With Pakistan’s population climbing steadily and its economy faltering, poor families that have more children than they can support are all but forced to send one or two of them to madrassas. The madrasses provide free food and shelter and claim to provide an education for children who would otherwise receive none. Children are usually sent far away from home; most have no communication with their families. Some families don’t ever see their boys again, for they become so radicalized that they set off for a life of jihad as soon as they’re big enough to pick up an AK-47.
The madrassas in Pakistan, then, are a well-rooted and well-funded phenomenon with many problems. A recent survey by the Islamabad Policy Research Institute (ISPR) established that there had been a 90% increase in the number of new madrassas between 1988 and 2000. This is a massive jump.
For purposes of comparison, ISPR surveyed students and teachers from many madrassas, private schools, and universities in urban areas. The results clearly show that madrassa students are more likely to hold opinions that incline them to support violence than are students who acquire a more well-rounded education at the country’s public and private schools.
When asked if non-Muslims in the country should be given equal rights, an unsettling 80% of madrassa students say no; by contrast, 78% of students in public and private educational institutions support equal rights regardless of religion. The percentages are similar on the question of women’s rights: some 77% of madrassa students believe that women should not enjoy the same rights as men (those surveyed included boys as young as 6 or 7 years old), while 76% of students at public and private institutions believe that they should.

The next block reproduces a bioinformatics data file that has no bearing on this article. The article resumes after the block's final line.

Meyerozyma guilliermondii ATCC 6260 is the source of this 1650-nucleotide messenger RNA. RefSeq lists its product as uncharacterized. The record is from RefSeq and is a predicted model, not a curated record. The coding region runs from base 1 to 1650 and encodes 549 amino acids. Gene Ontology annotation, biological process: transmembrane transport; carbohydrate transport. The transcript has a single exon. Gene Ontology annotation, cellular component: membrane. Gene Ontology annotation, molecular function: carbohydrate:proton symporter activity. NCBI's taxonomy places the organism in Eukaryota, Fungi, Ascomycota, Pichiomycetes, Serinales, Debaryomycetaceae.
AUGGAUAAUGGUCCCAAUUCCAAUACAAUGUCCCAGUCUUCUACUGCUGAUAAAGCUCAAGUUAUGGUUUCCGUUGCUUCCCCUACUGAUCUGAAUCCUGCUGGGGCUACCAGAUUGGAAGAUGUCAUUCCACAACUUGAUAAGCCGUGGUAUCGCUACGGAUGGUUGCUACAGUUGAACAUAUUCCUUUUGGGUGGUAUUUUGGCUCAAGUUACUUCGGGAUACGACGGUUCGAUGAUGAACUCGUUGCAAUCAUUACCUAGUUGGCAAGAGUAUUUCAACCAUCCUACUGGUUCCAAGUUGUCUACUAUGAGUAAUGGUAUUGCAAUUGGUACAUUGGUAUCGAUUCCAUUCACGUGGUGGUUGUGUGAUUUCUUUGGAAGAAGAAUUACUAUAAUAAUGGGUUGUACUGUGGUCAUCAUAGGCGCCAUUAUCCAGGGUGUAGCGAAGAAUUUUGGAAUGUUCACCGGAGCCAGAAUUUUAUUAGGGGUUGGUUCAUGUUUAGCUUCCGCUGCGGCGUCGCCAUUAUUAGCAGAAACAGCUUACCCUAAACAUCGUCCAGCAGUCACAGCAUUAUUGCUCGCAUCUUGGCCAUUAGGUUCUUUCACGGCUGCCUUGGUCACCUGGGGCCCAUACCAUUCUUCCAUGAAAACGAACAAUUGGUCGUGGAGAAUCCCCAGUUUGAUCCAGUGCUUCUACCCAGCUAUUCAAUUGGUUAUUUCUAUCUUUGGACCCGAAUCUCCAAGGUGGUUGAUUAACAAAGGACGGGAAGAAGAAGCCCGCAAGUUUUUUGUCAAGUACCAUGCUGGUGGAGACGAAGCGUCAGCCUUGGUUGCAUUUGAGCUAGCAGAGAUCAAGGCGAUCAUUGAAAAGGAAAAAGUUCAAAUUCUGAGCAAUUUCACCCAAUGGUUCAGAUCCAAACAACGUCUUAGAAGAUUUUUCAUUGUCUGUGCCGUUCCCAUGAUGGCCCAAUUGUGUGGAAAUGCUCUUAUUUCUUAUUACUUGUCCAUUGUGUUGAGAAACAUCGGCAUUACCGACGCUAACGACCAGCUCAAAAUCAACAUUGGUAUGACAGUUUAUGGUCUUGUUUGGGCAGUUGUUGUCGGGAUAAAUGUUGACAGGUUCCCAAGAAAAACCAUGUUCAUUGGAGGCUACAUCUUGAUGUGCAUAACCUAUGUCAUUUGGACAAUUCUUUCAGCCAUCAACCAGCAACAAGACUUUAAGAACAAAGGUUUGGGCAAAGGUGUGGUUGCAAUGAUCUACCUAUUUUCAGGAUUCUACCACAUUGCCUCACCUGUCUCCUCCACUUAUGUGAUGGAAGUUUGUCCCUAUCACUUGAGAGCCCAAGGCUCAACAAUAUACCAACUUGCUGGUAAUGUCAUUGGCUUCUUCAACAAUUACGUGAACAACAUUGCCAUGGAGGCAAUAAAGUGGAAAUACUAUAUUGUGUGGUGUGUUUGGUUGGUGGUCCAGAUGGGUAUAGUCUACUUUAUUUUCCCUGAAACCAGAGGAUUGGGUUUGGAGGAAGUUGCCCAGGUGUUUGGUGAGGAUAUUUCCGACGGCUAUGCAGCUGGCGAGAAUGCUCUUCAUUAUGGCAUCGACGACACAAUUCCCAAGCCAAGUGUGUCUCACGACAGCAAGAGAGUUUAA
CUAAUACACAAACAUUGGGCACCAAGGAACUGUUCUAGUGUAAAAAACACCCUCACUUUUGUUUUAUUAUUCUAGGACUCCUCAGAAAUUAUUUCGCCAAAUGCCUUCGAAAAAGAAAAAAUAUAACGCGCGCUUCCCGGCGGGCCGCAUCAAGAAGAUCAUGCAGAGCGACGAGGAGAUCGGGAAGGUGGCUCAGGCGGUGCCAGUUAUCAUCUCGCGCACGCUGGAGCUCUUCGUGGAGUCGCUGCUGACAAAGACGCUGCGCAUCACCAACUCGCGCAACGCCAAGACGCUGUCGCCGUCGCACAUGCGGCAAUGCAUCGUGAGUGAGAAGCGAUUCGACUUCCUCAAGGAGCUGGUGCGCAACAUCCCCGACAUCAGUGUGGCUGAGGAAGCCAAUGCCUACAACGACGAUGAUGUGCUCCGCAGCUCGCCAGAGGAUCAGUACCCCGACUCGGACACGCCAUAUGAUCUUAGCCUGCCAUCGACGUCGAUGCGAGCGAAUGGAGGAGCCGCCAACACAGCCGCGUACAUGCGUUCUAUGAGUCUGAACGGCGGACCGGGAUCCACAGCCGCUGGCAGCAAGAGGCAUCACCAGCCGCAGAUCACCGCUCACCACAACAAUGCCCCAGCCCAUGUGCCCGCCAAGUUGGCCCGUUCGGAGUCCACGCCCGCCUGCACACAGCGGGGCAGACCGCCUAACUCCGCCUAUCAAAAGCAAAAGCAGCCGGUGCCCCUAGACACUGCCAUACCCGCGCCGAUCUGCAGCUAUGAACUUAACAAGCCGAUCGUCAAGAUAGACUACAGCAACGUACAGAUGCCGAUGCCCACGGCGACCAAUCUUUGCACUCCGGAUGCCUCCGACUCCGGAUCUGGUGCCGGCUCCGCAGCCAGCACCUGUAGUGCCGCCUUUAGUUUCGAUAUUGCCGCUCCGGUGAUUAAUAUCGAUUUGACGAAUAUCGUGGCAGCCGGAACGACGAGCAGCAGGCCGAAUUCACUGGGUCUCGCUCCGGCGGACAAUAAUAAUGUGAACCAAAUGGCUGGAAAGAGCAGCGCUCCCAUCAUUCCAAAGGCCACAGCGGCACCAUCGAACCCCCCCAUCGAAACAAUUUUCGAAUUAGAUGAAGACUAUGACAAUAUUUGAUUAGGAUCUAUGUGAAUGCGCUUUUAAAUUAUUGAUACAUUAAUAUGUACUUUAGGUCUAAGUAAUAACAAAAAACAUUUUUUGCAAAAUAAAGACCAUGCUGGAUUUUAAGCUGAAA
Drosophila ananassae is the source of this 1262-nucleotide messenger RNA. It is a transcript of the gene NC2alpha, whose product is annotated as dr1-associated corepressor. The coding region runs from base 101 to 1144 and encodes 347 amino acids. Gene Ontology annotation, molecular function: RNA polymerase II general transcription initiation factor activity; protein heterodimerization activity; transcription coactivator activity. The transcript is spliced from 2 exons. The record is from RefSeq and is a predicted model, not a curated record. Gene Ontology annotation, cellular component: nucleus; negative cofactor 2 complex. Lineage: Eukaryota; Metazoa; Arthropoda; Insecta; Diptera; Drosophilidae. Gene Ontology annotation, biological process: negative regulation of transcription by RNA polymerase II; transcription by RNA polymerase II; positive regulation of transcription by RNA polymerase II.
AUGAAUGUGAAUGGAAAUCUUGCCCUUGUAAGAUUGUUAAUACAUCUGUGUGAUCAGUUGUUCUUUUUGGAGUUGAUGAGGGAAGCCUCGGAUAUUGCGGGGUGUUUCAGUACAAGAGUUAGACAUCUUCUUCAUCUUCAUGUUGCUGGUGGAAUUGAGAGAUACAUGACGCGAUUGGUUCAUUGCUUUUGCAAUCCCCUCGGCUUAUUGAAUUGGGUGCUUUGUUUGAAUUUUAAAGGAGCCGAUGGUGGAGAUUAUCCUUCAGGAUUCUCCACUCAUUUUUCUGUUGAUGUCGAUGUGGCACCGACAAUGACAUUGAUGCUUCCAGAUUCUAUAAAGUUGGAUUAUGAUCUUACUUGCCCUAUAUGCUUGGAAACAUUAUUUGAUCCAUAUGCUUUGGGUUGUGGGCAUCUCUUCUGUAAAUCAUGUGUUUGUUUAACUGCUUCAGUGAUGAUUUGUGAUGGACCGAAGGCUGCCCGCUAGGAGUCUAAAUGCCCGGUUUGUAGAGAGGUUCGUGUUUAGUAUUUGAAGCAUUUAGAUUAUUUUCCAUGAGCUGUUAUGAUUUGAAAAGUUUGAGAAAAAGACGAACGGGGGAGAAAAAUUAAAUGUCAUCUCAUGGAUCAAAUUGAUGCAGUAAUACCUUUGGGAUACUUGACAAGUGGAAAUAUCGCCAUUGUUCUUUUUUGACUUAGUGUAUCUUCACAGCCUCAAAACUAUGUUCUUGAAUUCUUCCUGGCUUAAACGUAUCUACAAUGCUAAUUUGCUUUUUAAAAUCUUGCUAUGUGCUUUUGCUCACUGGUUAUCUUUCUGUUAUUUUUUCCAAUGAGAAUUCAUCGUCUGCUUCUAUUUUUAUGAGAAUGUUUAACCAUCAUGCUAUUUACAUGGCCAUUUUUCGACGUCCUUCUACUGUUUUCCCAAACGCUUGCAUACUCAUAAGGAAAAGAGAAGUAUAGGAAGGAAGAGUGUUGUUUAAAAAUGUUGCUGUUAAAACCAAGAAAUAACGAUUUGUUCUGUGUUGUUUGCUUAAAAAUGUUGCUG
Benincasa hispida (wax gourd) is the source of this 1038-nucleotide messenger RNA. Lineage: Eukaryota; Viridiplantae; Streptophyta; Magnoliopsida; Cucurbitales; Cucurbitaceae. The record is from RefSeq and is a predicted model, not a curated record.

It is pertinent to mention that there are no female teachers at madrassas. Those positions are held by men known as ulemas who consider the jobs their personal fiefdoms. Whenever a call for reform is heard from secular Pakistanis, it is quelled because these ulemas feel that it is no one’s business but their own what they teach the young boys placed in their care. The issue here is that these seminaries glorify jihad and thus encourage violence. At most of them, moreover, extreme punishments – including brutal beatings – are meted out to disobedient children.
An especially gruesome statistic turns up in another recent survey in Karachi. It showed that 21% of madrassa students admit to having been subjected to sexual abuse either by a teacher or an older student. Of these students, 20% said they had been raped. (The actual figures are surely much higher, since most sexual abuse goes unreported.) Living in Pakistan, I have heard many stories. A friend, whose home overlooked a madrassa (they are present in everyone’s backyard; land encroachment is another misdeed openly committed by Madrassas), saw a teacher sexually assault a young boy. My friend pitied the boy but could do nothing to help him.